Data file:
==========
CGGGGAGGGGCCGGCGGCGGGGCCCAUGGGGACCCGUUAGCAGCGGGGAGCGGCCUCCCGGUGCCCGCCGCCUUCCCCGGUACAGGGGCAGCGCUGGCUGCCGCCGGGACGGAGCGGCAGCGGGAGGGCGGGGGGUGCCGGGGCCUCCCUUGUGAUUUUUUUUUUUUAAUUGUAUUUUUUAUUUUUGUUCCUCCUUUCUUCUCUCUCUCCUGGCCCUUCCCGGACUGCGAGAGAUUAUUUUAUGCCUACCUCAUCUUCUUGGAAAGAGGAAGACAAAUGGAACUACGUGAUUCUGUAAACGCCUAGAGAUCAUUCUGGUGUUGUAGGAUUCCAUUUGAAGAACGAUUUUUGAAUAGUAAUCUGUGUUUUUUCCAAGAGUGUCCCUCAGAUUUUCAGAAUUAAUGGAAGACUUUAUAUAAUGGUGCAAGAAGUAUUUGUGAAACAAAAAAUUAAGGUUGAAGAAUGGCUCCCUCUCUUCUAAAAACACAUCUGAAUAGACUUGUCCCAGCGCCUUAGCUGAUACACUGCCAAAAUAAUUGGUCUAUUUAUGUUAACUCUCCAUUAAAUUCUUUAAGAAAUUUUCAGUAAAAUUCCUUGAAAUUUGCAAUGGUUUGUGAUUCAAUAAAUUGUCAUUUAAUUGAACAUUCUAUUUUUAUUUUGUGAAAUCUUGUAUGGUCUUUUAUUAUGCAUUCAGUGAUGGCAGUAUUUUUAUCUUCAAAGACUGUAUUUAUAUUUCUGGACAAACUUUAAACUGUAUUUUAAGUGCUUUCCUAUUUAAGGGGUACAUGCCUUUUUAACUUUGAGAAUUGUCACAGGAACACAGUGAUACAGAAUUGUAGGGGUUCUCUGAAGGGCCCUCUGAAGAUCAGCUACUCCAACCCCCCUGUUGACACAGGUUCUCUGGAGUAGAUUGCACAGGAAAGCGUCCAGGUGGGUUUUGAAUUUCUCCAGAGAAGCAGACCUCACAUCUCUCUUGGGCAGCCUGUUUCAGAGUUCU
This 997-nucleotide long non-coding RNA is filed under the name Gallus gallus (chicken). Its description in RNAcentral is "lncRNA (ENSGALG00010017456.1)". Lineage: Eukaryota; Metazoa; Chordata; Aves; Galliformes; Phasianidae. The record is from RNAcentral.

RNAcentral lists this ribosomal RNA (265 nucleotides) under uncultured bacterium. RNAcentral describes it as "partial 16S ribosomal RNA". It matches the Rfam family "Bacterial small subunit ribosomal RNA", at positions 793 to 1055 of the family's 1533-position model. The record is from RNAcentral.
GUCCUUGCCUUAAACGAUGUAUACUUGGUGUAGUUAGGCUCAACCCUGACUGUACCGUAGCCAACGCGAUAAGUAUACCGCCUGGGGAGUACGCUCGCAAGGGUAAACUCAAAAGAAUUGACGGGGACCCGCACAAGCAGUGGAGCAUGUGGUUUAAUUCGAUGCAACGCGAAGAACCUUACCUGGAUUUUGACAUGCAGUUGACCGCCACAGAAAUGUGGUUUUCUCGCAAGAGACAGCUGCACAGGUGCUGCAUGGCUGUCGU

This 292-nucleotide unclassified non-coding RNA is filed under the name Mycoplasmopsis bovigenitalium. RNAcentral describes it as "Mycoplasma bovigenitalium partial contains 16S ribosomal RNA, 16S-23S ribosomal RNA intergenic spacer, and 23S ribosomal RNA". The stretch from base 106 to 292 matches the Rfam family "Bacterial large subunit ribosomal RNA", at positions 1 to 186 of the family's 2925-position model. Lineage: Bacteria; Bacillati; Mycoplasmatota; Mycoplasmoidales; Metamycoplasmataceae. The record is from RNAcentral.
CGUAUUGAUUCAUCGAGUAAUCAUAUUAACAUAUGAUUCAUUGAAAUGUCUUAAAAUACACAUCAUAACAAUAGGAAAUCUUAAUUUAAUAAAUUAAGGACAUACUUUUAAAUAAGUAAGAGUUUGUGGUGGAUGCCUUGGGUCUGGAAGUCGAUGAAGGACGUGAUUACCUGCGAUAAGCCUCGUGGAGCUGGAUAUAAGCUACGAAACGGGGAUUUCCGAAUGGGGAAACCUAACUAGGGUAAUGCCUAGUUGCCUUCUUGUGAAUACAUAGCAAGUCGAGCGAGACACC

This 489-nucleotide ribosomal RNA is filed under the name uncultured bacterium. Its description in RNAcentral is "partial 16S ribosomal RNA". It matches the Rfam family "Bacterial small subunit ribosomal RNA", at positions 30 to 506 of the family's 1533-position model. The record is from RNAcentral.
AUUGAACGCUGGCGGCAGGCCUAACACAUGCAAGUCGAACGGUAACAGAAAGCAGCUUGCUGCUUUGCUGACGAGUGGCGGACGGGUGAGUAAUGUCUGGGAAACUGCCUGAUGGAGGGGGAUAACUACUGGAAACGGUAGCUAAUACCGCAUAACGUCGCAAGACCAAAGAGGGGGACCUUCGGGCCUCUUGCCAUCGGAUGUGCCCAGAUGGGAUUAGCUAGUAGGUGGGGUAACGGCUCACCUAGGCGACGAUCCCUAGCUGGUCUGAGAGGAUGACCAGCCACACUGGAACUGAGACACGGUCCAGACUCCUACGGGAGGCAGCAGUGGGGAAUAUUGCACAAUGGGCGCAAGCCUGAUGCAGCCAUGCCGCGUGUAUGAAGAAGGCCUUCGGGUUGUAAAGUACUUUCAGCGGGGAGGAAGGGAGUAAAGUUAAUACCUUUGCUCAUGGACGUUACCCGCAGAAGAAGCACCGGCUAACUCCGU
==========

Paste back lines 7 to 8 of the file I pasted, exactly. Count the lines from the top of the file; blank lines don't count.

This 489-nucleotide ribosomal RNA is filed under the name uncultured bacterium. Its description in RNAcentral is "partial 16S ribosomal RNA". It matches the Rfam family "Bacterial small subunit ribosomal RNA", at positions 30 to 506 of the family's 1533-position model. The record is from RNAcentral.
AUUGAACGCUGGCGGCAGGCCUAACACAUGCAAGUCGAACGGUAACAGAAAGCAGCUUGCUGCUUUGCUGACGAGUGGCGGACGGGUGAGUAAUGUCUGGGAAACUGCCUGAUGGAGGGGGAUAACUACUGGAAACGGUAGCUAAUACCGCAUAACGUCGCAAGACCAAAGAGGGGGACCUUCGGGCCUCUUGCCAUCGGAUGUGCCCAGAUGGGAUUAGCUAGUAGGUGGGGUAACGGCUCACCUAGGCGACGAUCCCUAGCUGGUCUGAGAGGAUGACCAGCCACACUGGAACUGAGACACGGUCCAGACUCCUACGGGAGGCAGCAGUGGGGAAUAUUGCACAAUGGGCGCAAGCCUGAUGCAGCCAUGCCGCGUGUAUGAAGAAGGCCUUCGGGUUGUAAAGUACUUUCAGCGGGGAGGAAGGGAGUAAAGUUAAUACCUUUGCUCAUGGACGUUACCCGCAGAAGAAGCACCGGCUAACUCCGU